The White House offers self-guided tours, but there’s a process and requires some planning. You would need to submit a tour request via your Member of Congress; please refer to the White House Website for more details. I am sure it’s worth the wait and the process and is on my to-do list.
The Lincoln Memorial is a national memorial built to honor the 16th President of the United States, Abraham Lincoln. The memorial is located at the western end of the National Mall. The building contains a large seated statue of Abraham Lincoln and inscriptions of his two well-known speeches – The Gettysburg Address and his second inaugural address.
There’s a spectacular reflection pool at Lincoln Memorial, which reflects both the Washington Monument and the Lincoln Memorial.
The Washington Monument is an obelisk on the National Mall, built to commemorate George Washington, the first President of the United States. It’s both the world’s tallest stone structure and the world’s tallest obelisk, standing 554 feet 7 ¹¹⁄₃₂ inches tall.
My favorite viewing point is from the Lincoln Memorial; the reflection of the Washington Monument in the reflection pool is just amazing.
Vietnam Veterans and Korean War Veterans Memorials
The Korean War Veterans Memorial is located in Washington, D.C.’s West Potomac Park, southeast of the Lincoln Memorial. The memorial commemorates the sacrifices of the 5.8 million Americans who served in the US army during the long three-year period of the Korean War.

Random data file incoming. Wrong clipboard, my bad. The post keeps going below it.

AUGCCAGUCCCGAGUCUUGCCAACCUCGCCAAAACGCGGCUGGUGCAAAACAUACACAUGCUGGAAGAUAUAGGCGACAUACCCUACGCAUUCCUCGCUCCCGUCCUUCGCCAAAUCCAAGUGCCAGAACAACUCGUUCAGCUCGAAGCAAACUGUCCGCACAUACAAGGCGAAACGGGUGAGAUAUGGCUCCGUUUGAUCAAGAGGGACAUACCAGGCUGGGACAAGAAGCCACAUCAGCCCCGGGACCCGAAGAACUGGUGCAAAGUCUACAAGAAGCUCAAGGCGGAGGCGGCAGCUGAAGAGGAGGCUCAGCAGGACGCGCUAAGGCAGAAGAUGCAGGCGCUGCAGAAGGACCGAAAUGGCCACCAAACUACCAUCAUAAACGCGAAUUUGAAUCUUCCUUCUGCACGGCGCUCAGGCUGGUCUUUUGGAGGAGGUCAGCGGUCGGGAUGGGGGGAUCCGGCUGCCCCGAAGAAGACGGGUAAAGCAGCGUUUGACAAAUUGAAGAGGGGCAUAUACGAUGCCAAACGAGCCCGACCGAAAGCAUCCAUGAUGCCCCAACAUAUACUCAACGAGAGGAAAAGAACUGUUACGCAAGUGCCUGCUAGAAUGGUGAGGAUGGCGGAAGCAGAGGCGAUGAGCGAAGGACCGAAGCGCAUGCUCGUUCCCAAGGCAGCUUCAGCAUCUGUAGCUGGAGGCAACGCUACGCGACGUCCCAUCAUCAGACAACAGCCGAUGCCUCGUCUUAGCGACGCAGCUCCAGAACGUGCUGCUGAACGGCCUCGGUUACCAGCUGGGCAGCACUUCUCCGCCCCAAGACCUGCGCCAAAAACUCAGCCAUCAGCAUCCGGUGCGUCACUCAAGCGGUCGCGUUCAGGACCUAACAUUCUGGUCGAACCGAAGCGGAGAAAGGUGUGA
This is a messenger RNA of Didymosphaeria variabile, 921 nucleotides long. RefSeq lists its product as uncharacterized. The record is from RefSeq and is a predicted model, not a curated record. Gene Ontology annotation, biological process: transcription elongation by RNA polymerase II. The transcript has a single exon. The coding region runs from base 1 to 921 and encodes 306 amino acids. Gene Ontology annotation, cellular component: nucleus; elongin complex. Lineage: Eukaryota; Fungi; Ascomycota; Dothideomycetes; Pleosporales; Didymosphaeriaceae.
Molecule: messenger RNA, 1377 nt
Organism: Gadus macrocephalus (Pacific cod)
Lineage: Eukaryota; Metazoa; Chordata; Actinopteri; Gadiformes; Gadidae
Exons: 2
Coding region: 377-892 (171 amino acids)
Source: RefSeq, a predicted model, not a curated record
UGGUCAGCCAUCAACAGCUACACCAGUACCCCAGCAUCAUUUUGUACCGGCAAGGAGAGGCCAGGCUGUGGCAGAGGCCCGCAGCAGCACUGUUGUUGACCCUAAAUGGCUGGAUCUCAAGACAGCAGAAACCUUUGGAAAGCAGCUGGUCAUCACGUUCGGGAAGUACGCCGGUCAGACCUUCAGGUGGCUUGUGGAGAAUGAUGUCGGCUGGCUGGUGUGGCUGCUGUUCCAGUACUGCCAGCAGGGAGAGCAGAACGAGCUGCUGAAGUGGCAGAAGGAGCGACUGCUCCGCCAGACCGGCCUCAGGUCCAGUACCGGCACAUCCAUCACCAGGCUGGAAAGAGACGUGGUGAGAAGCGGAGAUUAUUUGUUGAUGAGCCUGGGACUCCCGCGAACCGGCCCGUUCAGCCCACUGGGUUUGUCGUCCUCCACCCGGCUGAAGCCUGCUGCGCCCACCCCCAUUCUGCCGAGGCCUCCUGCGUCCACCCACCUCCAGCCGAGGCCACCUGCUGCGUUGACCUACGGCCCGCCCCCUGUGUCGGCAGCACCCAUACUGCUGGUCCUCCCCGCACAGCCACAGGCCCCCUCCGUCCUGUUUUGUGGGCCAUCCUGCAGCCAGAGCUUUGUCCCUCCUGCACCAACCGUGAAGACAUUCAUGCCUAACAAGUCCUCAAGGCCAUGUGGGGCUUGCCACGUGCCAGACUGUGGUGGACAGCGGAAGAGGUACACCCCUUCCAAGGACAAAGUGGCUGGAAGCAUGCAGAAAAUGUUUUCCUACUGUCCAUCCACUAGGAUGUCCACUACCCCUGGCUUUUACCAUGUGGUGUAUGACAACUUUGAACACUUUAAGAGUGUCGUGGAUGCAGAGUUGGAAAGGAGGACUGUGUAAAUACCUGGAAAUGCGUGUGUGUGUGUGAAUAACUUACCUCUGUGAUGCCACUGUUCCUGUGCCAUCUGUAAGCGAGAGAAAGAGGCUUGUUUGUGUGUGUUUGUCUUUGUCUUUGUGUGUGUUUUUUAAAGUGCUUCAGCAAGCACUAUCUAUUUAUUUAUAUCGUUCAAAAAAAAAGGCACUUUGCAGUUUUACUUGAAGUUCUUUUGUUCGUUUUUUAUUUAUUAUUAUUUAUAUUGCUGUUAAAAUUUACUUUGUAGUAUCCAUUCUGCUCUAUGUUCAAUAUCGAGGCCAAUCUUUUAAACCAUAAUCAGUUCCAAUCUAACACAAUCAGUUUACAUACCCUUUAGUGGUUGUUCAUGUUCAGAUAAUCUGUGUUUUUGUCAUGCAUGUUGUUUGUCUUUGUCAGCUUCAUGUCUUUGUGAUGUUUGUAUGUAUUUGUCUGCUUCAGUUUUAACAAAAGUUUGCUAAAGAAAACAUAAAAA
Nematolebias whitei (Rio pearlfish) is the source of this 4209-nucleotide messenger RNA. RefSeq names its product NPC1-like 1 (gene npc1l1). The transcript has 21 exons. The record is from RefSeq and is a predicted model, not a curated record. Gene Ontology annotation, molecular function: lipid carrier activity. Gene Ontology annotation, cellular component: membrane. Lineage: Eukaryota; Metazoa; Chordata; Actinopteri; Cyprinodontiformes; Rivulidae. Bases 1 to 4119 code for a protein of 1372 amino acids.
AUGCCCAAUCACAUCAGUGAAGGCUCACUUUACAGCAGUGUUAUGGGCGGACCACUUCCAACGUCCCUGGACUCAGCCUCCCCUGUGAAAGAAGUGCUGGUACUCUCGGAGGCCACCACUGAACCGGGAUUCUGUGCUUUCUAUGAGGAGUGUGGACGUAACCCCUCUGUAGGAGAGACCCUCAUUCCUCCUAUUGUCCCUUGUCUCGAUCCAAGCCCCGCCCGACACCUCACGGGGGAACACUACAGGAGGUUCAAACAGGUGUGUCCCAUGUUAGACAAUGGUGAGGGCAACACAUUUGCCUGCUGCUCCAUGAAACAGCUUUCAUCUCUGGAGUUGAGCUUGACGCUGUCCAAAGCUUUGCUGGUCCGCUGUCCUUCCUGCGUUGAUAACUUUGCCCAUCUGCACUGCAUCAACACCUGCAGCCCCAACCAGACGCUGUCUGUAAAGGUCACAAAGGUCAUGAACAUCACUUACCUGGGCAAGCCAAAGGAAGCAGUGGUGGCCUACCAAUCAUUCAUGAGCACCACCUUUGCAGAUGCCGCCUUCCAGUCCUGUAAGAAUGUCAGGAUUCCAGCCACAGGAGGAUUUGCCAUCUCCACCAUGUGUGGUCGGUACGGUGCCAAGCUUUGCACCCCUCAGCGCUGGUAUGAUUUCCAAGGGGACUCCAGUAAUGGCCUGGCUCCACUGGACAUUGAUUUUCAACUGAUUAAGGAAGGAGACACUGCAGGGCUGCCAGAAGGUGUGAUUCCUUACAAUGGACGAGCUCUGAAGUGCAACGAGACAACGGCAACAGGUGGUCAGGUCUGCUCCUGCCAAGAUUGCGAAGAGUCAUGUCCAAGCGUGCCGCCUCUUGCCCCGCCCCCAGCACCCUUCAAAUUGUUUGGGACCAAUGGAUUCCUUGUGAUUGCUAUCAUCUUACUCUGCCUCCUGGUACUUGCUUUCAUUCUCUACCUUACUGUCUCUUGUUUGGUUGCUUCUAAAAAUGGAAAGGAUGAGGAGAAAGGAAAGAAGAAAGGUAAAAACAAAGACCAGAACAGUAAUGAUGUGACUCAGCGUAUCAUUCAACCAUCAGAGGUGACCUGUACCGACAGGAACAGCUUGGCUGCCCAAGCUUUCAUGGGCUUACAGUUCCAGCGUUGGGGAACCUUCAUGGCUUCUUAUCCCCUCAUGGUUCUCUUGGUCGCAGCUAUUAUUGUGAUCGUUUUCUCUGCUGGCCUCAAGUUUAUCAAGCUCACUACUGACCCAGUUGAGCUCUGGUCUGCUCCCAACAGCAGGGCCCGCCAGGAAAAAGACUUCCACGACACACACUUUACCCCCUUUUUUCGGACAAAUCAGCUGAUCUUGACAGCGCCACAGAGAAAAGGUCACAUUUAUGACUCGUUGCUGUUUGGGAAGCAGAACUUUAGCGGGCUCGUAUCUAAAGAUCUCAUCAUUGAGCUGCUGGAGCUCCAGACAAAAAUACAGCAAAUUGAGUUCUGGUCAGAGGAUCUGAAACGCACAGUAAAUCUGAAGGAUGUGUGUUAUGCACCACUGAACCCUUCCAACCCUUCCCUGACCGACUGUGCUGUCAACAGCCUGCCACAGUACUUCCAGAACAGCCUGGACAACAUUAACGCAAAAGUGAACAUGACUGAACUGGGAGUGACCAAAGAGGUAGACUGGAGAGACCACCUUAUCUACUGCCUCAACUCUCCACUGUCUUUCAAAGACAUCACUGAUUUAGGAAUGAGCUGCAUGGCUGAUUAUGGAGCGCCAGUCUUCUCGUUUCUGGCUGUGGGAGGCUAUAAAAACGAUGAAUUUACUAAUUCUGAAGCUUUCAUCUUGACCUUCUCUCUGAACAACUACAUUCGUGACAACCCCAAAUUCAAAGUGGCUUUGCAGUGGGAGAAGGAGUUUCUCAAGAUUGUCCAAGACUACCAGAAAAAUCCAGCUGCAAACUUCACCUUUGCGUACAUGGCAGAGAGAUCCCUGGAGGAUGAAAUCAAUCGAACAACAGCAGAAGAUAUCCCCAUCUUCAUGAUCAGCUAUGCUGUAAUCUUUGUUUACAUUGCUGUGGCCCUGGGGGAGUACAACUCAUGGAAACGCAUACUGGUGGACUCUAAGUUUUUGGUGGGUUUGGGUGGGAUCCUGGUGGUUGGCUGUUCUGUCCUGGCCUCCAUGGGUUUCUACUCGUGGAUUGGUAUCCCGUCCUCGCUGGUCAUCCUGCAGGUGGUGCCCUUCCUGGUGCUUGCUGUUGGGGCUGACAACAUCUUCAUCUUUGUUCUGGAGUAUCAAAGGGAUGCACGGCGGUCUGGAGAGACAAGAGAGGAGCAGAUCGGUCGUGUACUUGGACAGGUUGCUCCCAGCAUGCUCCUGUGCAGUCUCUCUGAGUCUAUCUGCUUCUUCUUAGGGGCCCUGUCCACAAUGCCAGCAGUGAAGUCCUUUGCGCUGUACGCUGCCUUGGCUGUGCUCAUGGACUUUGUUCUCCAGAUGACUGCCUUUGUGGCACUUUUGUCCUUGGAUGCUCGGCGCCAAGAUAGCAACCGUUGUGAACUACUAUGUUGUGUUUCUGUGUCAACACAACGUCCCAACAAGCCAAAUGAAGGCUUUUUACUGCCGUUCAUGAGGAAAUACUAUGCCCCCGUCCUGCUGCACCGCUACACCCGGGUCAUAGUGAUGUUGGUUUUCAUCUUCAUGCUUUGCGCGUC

Smithsonian National Air and Space Museum
The Smithsonian National Air and Space Museum, also popularly known as the Air and Space Museum, was established in 1946. The museum is enormous and houses some fascinating artifacts, including the Apollo 11 Command Module Columbia, the Friendship 7 capsule, the Wright brothers’ Wright Flyer airplane, and a lot more.
Bureau of Engraving and Printing
The Bureau of Engraving and Printing, also known as BEP, is located in the heart of the Nation’s Capital. It features a visitor center and tours, providing an opportunity to learn about the US paper currency and see millions of dollars being printed as you walk through the gallery overlooking the production floor.
Madame Tussauds Washington DC
Madame Tussauds Washington D.C., is unique because it features more wax sculptures of US political figures. Including wax sculptures of all 45 U.S. presidents on display.
Chinatown is a small, historic area in Downtown Washington D.C. This area was once home to thousands of Chinese immigrants. Today a popular tourist attraction featuring Chinese architecture, Chinese and Southeast Asian restaurants, souvenir stores, bubble tea shops, and more.
National Harbor is a waterfront resort destination, located just 10 minutes from Washington, D.C., is home to rides, shops, resorts, and several restaurants. The best way to get to the National Harbor is via the water taxis, operated by the Potomac River Boat Company, connecting The Wharf to Georgetown, Old Town Alexandria, and National Harbor. I recommend boarding the water taxi from The Wharf, Washington D.C., a half-hour, one-way ride to the National Harbor.